Tag Archives: scholarships

News from ARTES Scholars

ARTES warmly congratulates Ana Dias on a successful viva of her PhD thesis, ‘The Apocalypse in early medieval Iberia: the function and impact of the illuminated “Beatus”’. Ana’s research at Durham University was supported by ARTES through a PhD Scholarship (2015) and an ARTES Coll&Cortes Travel Scholarship (2017).

We are also pleased to announce the publication of Las portadas de la catedral de Jaca. Reforma eclesiástica y poder real a finales del siglo XI (Huesca: Instituto de Estudios Altoaragoneses, 2018), by Francisco de Asís García García. In 2017 Francisco was awarded an ARTES Coll y Cortés Post-doctoral Scholarship to support research on the V&A’s collections of medieval Iberian textiles as an Erasmus + Visiting Fellow.

ARTES accepts applications for a number of awards each year, including an essay prize and travel scholarships. We also collaborate with CEEH to support PhD scholarships at The Courtauld Institute of Art and Durham University. Click here for more information on our awards.

ARTES is a Registered Charity (no. 1112883) dedicated to raising awareness and understanding of Iberian and Latin American Visual Culture. You can support our work by becoming a member of our friendly, enthusiastic and international community.

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Call for Submissions: Travel scholarships, deadline 31 January 2019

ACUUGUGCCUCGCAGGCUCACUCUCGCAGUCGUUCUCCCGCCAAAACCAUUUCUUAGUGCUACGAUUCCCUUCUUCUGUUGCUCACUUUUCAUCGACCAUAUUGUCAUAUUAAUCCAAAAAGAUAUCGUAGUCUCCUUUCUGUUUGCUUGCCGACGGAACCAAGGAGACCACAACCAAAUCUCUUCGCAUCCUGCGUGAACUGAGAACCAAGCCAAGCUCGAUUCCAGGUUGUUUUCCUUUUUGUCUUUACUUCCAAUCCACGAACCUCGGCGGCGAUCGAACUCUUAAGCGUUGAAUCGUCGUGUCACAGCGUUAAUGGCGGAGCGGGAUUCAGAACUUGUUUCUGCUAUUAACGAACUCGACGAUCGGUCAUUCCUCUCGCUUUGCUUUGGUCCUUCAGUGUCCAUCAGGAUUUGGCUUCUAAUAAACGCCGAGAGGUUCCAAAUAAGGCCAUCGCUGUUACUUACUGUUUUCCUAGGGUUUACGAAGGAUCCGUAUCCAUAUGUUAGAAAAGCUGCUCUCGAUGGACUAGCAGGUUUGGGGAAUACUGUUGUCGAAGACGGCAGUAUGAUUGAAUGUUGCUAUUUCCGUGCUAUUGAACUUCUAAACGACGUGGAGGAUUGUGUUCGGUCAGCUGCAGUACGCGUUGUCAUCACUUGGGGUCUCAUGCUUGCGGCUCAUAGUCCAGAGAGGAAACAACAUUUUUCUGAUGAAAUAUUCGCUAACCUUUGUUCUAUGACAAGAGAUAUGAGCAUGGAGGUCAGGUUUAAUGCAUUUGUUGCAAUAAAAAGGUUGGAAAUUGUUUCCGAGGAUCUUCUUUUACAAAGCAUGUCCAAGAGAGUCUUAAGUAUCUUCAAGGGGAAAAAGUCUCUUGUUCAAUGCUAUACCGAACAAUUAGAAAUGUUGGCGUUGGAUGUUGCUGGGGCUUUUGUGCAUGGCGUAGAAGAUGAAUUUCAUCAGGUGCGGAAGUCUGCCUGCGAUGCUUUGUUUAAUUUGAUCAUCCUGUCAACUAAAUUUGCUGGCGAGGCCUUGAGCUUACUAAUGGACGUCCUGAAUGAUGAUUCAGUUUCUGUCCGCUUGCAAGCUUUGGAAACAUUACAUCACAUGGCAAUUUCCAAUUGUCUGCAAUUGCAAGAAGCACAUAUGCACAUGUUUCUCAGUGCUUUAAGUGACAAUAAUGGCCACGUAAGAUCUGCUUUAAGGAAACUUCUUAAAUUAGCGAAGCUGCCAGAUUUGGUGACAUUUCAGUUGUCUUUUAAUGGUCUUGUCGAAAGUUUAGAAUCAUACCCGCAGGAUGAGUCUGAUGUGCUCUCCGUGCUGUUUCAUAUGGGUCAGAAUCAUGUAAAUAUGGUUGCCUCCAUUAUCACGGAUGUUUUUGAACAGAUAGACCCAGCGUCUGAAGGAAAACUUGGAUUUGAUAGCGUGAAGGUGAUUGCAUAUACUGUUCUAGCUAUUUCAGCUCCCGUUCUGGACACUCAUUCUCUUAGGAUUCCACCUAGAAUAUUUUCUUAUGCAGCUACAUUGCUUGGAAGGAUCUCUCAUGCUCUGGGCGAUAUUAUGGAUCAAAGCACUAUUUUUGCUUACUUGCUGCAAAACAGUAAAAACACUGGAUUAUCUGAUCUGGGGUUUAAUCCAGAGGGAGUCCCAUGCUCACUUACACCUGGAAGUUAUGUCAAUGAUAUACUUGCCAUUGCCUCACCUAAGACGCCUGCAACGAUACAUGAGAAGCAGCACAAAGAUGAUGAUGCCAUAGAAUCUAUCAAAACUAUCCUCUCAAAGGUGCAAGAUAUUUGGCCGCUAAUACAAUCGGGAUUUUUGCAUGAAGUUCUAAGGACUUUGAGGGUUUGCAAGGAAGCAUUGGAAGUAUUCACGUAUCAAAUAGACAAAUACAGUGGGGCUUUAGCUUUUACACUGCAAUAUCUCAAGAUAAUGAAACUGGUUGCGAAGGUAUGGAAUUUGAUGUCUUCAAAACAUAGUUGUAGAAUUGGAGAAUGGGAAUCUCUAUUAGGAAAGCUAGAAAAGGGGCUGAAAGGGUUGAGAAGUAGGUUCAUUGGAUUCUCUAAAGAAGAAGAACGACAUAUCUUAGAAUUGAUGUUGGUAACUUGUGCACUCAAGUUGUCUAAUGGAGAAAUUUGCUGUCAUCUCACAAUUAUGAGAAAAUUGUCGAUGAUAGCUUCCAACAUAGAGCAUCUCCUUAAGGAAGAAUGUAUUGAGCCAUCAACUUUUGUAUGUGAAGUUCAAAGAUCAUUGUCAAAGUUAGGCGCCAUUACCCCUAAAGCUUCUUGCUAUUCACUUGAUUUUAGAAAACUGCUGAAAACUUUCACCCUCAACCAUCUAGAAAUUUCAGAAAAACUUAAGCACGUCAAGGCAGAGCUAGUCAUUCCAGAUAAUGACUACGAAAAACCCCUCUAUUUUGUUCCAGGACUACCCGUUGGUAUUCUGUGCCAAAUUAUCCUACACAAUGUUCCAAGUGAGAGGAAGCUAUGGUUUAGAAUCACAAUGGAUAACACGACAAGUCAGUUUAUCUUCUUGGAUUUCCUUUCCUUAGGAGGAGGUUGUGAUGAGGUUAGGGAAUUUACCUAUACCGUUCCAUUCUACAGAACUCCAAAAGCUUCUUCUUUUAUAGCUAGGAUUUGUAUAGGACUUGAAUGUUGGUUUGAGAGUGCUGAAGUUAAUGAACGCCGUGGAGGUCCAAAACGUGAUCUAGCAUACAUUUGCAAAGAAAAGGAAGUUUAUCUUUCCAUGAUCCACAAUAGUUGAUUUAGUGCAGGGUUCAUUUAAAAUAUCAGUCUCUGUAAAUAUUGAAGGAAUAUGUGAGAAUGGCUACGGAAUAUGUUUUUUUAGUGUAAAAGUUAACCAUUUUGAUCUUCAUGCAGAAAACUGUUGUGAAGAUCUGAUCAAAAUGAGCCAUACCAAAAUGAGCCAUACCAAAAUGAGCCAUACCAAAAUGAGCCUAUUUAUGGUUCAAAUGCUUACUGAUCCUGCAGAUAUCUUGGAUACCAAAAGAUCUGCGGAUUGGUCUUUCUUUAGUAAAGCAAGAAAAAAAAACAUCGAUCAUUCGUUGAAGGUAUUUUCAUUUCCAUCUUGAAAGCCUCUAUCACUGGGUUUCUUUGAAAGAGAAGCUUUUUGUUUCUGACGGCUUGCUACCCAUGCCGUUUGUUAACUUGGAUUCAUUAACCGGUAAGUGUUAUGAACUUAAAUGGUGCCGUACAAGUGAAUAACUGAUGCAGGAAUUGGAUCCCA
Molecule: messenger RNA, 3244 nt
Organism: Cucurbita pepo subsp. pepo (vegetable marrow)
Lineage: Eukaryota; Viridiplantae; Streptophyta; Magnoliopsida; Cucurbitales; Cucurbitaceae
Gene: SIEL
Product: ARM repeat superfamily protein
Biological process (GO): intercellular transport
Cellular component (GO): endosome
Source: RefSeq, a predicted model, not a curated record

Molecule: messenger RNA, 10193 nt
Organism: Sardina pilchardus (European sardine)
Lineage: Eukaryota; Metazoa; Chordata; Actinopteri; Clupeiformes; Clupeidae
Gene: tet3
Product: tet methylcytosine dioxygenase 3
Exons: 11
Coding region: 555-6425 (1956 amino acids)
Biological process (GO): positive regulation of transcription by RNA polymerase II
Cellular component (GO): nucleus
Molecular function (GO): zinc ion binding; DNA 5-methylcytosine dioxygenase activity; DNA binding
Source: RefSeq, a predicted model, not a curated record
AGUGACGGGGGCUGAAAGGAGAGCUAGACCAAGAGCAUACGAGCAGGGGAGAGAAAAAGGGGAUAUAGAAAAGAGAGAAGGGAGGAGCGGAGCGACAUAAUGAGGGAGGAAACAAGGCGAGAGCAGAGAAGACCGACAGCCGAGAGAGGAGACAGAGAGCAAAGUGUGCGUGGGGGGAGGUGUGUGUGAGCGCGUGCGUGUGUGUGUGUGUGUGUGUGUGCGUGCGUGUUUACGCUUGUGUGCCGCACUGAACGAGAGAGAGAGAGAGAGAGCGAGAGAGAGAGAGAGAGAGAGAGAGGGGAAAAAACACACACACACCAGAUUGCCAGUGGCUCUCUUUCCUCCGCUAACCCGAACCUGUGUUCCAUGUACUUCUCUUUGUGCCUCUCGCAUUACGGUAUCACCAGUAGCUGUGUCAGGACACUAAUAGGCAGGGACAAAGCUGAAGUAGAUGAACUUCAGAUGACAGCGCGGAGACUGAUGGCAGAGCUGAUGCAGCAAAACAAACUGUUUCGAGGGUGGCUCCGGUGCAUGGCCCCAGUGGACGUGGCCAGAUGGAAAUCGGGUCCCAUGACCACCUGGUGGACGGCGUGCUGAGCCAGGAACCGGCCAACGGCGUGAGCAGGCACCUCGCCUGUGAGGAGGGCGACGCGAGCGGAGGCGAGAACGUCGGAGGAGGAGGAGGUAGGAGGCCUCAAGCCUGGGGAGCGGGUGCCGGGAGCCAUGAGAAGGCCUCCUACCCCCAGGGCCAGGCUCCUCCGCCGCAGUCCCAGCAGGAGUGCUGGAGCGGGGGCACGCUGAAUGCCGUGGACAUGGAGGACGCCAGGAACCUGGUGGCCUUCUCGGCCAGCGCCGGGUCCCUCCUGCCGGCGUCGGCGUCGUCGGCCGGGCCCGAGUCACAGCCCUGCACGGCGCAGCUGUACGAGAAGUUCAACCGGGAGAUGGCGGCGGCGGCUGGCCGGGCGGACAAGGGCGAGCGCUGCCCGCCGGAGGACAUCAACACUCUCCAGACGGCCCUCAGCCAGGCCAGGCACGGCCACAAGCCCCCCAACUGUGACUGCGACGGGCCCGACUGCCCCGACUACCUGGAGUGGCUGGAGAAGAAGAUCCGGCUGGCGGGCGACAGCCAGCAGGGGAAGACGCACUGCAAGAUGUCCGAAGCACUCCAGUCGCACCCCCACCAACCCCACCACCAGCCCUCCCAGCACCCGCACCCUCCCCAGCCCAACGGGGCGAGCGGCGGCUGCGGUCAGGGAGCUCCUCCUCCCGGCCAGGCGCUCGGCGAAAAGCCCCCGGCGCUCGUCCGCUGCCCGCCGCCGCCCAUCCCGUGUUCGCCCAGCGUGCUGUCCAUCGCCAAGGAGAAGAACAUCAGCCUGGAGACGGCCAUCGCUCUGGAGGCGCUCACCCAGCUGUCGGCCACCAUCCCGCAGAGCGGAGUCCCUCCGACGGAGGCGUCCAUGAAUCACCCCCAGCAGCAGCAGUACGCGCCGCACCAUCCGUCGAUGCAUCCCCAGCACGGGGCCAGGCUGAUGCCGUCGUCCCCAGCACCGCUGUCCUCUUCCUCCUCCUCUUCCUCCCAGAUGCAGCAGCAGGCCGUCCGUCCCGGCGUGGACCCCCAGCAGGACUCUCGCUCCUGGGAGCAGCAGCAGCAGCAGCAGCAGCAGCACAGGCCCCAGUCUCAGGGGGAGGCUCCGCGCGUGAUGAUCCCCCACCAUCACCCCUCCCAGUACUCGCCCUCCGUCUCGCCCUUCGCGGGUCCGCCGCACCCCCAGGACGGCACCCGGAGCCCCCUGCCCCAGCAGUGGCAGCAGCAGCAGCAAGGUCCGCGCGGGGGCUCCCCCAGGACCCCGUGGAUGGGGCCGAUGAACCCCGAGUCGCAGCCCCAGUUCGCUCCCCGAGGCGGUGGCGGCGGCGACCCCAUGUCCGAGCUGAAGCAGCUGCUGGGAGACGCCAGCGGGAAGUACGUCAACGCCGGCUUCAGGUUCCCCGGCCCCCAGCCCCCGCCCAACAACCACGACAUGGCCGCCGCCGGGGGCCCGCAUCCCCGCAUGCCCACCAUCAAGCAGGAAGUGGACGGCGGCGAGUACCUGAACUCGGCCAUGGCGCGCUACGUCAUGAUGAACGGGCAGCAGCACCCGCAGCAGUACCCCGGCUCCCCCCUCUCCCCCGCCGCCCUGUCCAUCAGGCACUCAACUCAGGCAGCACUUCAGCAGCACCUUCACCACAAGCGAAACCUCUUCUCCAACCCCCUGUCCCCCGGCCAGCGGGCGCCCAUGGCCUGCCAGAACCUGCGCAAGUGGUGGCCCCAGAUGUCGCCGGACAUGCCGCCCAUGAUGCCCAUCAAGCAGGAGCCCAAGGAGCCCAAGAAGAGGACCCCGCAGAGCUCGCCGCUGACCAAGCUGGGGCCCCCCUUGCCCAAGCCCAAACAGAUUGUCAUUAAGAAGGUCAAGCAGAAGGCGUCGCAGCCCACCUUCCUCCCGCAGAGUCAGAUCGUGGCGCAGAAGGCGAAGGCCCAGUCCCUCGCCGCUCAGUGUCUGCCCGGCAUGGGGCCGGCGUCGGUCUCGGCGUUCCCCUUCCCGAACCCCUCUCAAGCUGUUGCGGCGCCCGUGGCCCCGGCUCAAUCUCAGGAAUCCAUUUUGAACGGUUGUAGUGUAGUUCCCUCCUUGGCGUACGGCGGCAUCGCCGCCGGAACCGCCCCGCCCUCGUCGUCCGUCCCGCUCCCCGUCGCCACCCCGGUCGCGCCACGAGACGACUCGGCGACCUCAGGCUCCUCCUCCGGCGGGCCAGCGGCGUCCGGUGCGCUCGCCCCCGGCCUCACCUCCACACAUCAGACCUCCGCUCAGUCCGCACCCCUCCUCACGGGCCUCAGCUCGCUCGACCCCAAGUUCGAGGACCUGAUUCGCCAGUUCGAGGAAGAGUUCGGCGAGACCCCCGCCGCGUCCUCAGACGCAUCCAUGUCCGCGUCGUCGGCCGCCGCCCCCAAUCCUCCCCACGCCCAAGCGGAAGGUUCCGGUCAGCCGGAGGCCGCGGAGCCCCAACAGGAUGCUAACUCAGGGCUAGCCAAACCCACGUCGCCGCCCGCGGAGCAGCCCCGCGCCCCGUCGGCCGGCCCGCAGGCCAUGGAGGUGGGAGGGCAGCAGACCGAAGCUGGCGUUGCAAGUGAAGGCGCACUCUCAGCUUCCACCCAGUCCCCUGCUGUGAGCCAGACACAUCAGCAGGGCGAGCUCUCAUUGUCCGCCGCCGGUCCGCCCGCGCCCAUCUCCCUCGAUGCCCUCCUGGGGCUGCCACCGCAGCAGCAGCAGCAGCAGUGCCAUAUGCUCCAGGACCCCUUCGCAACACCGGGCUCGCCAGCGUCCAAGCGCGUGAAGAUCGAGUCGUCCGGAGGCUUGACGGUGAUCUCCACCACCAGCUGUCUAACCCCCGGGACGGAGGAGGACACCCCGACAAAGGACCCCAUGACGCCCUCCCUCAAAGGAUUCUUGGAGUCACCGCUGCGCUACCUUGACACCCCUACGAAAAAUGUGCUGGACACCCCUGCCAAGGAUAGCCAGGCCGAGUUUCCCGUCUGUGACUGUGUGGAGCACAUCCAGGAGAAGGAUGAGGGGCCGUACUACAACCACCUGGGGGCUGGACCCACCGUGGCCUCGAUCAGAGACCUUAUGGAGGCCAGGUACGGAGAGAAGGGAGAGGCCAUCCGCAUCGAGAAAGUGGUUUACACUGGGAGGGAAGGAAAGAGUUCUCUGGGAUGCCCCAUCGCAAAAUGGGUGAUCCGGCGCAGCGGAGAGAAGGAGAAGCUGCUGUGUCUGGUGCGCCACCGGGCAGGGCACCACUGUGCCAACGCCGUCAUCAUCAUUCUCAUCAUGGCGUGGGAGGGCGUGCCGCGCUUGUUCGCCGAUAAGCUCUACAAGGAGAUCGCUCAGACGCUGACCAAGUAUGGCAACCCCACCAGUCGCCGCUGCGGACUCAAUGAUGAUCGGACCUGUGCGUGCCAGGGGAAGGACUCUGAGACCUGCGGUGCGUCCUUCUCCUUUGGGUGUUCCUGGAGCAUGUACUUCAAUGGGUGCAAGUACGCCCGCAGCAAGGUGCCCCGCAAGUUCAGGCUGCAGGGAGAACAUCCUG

Thanks to the generous support of art dealers Coll & Cortés, ARTES offers travel scholarships for BA and postgraduate students at UK universities who are working on any aspect of Spanish, Portuguese or Latin American visual culture before 1800.

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Final year undergraduates and postgraduate students registered for a full or part-time degree course at a UK university may apply for up to £600 towards the costs of travel to Spain, Portugal or Latin America for research purposes (which may include field work, attendance at a conference, or other recognised forms of research). Reports by those previously awarded travel scholarships are available here.

The deadline for these awards is 31st January 2019.

Scholarship application guidelines.

  1. Applications should be made in English as a single MS Word or PDF file and sent to artesscholarships@gmail.com . Applicants are requested to include ‘Travel Scholarship’ in the email subject, but should not expect acknowledgement of receipt.
  2. All applications should include: a) project title, b) a max 100-word project summary, c) a max 600-word explanation of the research to be conducted (including explanation of the necessity of travel); d) a short breakdown of how the money will be spent, together with details of any other funding received; e) an academic CV. Applicants should ensure that an academic advisor sends a reference to the same email address by the 31st January deadline: this may be in English, Spanish or Portuguese. Applications without a reference will not be considered.